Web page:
An extra treat for invested Bardugo fans.

THE LIVES OF SAINTS

A folkloric collection of stories about saints from the Grishaverse.

In no particular order, Bardugo presents 28 short and fantastical, fictional saint stories. Some read like origin stories, explaining why that saint is celebrated and for whom they are a patron. For example, Sankta Anastasia is named patron saint of the sick after saving her village from a plague by allowing the ill to drink her blood, which contained healing properties. Other stories, such as those of Sankt Valentin and Sankta Alina of the Fold, are specific accounts, with saints’ offering glimpses into their influence and power over people’s lives. The journey to sainthood for these colorful characters ranges from unjustly tragic (Sankta Lizabeta of the Roses was executed by quartering when she had no answers for a frustrated general), to humorously improbable (Sankt Lukin the Logical, patron saint of politicians, offers advice even after being beheaded). Presented without much context, these tales will primarily appeal to those already familiar with the Grisha series. The final entry, though, about the unnamed Saint of the Book, who cryptically advocates for these stories, may entice readers to fully enter the Grishaverse. Zollinger, an artist experienced in painting biblical and historical imagery, provides artistic dimension to these supplemental folktales with enchanting, full-color illustrations that evoke medieval books of hours. Ethnic diversity in the saints is implied by the artwork.

An extra treat for invested Bardugo fans. (Fantasy. 12-adult)

Pub Date: Oct. 6, 2020

ISBN: 978-1-250-76520-8

Page Count: 128

Publisher: Imprint

Review Posted Online: Oct. 12, 2020

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A must-read with a conclusion that will leave readers craving more.

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THESE VIOLENT DELIGHTS

A monster spreads madness through the streets of Shanghai.

It is the autumn of 1926, and Shanghai is poised at the brink of transformation. Foreign powers have carved out portions of the city for themselves; what remains is divided between two feuding gangs, the Chinese Scarlet Gang and the Russian White Flowers. Eighteen-year-old Juliette Cai has returned home from New York City, wreathed in a reputation for ruthlessness and ready to step into her role as heir to the Scarlet Gang. Four years ago, a betrayal by the White Flowers heir, Roma Montagov, a young man of 19, led to the deaths of countless Scarlets, and Juliette is determined to avenge her gang. But when a lethal contagion strikes the city, targeting Scarlets and White Flowers alike, Juliette and Roma grudgingly agree to cooperate on an investigation in order to save their city. The slow-burning romance in this book takes a back seat to the gripping mystery grounded in immersive historical detail. Allusions to Romeo and Juliet are evident in names and specific scenes, but familiar themes of family, loyalty, and identity bear new significance in Gong’s inventive adaptation. Language is a tool wielded deftly by the multilingual characters, who switch easily among English, French, Shanghainese, Russian, and more, with Mandarin as the primary dialect for Chinese phrases. A strong supporting cast that includes a trans girl completes this striking debut.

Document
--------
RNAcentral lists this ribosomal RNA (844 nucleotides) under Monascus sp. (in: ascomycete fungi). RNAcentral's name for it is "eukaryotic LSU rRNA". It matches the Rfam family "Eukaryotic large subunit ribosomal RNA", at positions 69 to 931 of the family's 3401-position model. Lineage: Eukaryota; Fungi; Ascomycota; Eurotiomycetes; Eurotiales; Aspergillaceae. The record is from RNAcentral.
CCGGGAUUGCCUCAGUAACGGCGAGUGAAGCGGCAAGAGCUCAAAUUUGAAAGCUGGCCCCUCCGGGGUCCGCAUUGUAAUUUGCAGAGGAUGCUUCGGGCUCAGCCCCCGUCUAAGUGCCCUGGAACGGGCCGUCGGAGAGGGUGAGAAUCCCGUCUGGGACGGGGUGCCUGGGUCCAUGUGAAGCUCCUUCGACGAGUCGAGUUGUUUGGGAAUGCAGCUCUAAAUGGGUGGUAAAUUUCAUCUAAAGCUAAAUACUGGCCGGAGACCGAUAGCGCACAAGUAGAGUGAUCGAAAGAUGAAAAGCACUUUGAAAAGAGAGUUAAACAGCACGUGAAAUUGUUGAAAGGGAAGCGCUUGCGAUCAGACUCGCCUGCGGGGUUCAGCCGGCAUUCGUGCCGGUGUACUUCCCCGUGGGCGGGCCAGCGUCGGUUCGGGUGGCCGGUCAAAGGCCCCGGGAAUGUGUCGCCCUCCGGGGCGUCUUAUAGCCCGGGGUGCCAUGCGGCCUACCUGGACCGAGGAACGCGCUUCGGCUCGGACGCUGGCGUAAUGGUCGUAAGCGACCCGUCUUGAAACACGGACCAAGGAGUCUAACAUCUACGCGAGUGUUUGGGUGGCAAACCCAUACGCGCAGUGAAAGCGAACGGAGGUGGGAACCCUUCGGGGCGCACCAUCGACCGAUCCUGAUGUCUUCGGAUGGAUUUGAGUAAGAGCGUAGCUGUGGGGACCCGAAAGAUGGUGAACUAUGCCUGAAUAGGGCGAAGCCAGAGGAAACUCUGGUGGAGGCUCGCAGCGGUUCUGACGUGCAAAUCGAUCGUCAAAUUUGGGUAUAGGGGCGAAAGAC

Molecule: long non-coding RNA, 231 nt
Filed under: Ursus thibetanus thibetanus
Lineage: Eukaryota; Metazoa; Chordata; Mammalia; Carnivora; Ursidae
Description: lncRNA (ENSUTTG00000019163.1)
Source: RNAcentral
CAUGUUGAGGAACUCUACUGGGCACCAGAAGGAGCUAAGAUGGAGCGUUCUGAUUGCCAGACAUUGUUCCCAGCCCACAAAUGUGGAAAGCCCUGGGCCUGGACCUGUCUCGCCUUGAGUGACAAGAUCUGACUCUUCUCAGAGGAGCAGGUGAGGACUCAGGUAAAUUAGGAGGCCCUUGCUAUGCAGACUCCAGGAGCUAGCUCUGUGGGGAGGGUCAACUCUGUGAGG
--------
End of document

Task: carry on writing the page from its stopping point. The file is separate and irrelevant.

A must-read with a conclusion that will leave readers craving more. (Historical fantasy. 13-18)

Pub Date: Nov. 17, 2020

ISBN: 978-1-5344-5769-0

Page Count: 464

Publisher: McElderry

Review Posted Online: Aug. 4, 2020

Kirkus Reviews Issue: Aug. 15, 2020

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A rare second volume that surpasses the first, with, happily, more intrigue and passion still to come.

THE WICKED KING

From the Folk of the Air series , Vol. 2

A heady blend of courtly double-crossing, Faerie lore, and toxic attraction swirls together in the sequel to The Cruel Prince (2018).

Five months after engineering a coup, human teen Jude is starting to feel the strain of secretly controlling King Cardan and running his Faerie kingdom. Jude’s self-loathing and anger at the traumatic events of her childhood (her Faerie “dad” killed her parents, and Faerie is not a particularly easy place even for the best-adjusted human) drive her ambition, which is tempered by her desire to make the world she loves and hates a little fairer. Much of the story revolves around plotting (the Queen of the Undersea wants the throne; Jude’s Faerie father wants power; Jude’s twin, Taryn, wants her Faerie betrothed by her side), but the underlying tension—sexual and political—between Jude and Cardan also takes some unexpected twists. Black’s writing is both contemporary and classic; her world is, at this point, intensely well-realized, so that some plot twists seem almost inevitable. Faerie is a strange place where immortal, multihued, multiformed denizens can’t lie but can twist everything; Jude—who can lie—is an outlier, and her first-person, present-tense narration reveals more than she would choose. With curly dark brown hair, Jude and Taryn are never identified by race in human terms.

A rare second volume that surpasses the first, with, happily, more intrigue and passion still to come. (map) (Fantasy. 14-adult)

Pub Date: Jan. 8, 2019

ISBN: 978-0-316-31035-2

Page Count: 336

Publisher: Little, Brown

Review Posted Online: Sept. 30, 2018

Kirkus Reviews Issue: Oct. 15, 2018

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